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BENADOR: GLOBAL INTERNET NEVER, BUT WHY NOW?

5 And the LORD came down to see the city and the tower, which the children of men built. 6 And the LORD said: ‘Behold, they are one people, and they have all one language; and this is what they begin to do; and now nothing will be withheld from them, which they purpose to do. 7 Come, let us go down, and there confound their language, that they may not understand one another’s speech.’ 8 So the LORD scattered them abroad from thence upon the face of all the earth; and they left off to build the city. 9 Therefore was the name of it called Babel; because the LORD did there confound the language of all the earth; from thence did the LORD scatter them abroad upon the face of all the earth.

Bereshit/Genesis 11:5-9

Time is running out and once again, in the face of danger, besides wasting time writing the useless letter to their congressmen, the American people seem unable to set up a plan to stop the globalist takeover of the Internet.

Major IT companies such as “Facebook, Google, and Twitter, but also Amazon, Cloudflare, Yahoo and several technology trade organizations” have urged Congress to support a plan for the U.S. government to cede control of the internet’s technical management to the global community.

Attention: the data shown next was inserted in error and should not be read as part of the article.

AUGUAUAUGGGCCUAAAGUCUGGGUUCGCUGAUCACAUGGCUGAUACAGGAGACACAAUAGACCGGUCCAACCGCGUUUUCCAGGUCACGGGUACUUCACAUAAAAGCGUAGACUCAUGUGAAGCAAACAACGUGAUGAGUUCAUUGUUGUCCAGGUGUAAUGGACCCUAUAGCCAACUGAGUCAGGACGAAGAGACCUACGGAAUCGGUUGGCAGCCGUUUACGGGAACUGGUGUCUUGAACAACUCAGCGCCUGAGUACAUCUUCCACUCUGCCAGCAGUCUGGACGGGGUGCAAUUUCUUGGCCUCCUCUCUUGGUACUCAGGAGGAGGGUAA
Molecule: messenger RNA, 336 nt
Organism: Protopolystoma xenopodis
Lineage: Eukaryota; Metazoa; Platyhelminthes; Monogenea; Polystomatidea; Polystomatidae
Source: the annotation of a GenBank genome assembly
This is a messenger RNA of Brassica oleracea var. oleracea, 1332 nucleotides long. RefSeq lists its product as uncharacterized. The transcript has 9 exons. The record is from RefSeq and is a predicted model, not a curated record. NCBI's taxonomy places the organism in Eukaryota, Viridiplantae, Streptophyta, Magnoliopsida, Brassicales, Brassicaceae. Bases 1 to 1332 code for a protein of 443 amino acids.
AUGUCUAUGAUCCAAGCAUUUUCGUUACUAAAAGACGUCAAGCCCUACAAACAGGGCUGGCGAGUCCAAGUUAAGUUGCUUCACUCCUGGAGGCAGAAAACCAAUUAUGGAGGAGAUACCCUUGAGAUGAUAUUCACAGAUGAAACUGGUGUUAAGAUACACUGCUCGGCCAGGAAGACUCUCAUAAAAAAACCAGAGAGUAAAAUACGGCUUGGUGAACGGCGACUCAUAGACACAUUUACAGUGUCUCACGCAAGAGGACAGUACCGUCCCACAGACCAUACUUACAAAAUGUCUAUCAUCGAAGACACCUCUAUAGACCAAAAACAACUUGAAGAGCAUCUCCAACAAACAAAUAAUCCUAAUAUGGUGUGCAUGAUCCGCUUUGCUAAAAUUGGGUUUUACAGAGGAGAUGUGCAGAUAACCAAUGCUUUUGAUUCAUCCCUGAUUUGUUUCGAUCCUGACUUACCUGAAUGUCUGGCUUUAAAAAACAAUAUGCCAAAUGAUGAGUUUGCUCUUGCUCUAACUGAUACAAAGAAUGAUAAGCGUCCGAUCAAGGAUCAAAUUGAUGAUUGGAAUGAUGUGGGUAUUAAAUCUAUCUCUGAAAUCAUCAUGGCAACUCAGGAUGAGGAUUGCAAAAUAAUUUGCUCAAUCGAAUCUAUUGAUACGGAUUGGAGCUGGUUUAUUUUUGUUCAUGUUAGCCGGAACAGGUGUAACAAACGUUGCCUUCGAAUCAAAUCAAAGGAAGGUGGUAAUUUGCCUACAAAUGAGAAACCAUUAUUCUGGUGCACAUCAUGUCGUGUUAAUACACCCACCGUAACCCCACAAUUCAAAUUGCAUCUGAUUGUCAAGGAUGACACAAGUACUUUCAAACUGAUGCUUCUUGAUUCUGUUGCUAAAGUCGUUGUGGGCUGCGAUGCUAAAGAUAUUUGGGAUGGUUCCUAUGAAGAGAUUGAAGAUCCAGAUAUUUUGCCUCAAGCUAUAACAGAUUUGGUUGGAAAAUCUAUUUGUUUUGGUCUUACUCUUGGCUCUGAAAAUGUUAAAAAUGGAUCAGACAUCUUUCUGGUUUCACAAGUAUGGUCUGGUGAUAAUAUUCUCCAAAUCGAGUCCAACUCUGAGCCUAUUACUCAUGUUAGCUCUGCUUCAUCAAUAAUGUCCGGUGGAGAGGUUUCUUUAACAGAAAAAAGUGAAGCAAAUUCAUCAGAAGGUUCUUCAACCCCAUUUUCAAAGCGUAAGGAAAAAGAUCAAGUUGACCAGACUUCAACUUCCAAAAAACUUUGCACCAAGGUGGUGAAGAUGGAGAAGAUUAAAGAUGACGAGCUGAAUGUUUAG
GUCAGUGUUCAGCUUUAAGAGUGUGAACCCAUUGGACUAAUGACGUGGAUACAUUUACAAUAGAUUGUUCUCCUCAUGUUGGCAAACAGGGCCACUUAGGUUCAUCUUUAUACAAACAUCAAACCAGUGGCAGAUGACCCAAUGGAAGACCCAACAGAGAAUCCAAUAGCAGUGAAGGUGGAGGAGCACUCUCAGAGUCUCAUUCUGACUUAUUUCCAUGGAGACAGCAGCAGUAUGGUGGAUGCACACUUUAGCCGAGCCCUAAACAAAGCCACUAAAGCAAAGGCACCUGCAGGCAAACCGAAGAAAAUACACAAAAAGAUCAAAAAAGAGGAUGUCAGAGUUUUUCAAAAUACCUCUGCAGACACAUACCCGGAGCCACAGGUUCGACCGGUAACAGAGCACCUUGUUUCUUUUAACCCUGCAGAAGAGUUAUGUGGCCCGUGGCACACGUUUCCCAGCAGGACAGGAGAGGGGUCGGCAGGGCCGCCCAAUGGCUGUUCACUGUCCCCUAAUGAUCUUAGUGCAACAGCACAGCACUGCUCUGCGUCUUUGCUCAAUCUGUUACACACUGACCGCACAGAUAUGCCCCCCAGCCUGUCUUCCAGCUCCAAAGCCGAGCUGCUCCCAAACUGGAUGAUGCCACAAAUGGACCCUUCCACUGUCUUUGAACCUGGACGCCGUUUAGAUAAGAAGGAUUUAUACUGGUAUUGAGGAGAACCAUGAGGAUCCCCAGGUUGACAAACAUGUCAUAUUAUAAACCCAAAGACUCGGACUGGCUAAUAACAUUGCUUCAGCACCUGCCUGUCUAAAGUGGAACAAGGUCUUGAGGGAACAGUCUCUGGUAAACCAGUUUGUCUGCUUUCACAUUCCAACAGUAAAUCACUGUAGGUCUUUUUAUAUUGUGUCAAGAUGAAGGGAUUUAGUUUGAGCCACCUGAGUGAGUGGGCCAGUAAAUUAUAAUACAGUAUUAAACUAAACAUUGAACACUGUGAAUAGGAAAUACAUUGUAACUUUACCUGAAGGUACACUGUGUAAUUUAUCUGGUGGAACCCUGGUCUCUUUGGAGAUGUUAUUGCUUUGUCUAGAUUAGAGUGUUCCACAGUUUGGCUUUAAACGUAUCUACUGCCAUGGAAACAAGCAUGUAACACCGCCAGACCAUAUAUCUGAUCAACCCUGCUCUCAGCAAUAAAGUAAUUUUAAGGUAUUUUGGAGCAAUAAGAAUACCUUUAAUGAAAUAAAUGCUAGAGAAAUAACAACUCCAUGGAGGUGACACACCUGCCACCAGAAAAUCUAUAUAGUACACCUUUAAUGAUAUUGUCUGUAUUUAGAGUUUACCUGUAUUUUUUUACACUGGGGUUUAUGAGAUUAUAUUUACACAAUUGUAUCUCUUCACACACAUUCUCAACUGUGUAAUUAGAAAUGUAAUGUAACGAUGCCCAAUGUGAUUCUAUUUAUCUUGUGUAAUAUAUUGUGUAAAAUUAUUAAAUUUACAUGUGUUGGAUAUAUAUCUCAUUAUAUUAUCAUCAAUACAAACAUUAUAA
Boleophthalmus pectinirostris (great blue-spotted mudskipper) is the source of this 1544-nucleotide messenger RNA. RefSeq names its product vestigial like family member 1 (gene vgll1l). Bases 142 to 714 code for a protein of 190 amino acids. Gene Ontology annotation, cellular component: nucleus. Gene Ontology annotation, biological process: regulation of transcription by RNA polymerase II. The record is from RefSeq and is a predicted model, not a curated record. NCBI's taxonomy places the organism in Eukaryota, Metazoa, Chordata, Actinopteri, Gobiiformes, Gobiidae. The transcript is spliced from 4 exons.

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Given that the Internet is an American invention, it is so far managed by the U.S. Commerce Department, which has primary oversight

“Some Republican lawmakers are trying to block the handover to global stakeholders, which include businesses, tech experts, and public interest advocates, saying it could stifle online freedom by giving voting rights to authoritarian governments.

The years-long plan to transfer oversight of the nonprofit Internet Corporation for Assigned Names and Numbers, or ICANN, is scheduled to occur on Oct. 1 unless Congress votes to block the handover. The California-based corporation operates the database for domain names such as .com and .net and their corresponding numeric addresses that allow computers to connect.

In the Sept. 13 letter, a copy of which had been reviewed by Reuters, the technology companies said it was “imperative” that Congress does not delay the transition.

A global, interoperable and stable Internet is essential for our economic and national security, and we remain committed to completing the nearly twenty-year transition to the multi-stakeholder model that will best serve U.S. interests,” the letter said. 

Other signatories include Amazon, Cloudflare, Yahoo and several technology trade organizations.

Former presidential hopeful Senator Ted Cruz of Texas, who leads the opposition against the handover, will hold a congressional hearing on Wednesday to review the transition, which he has criticized as a “giveaway of our internet freedom.”

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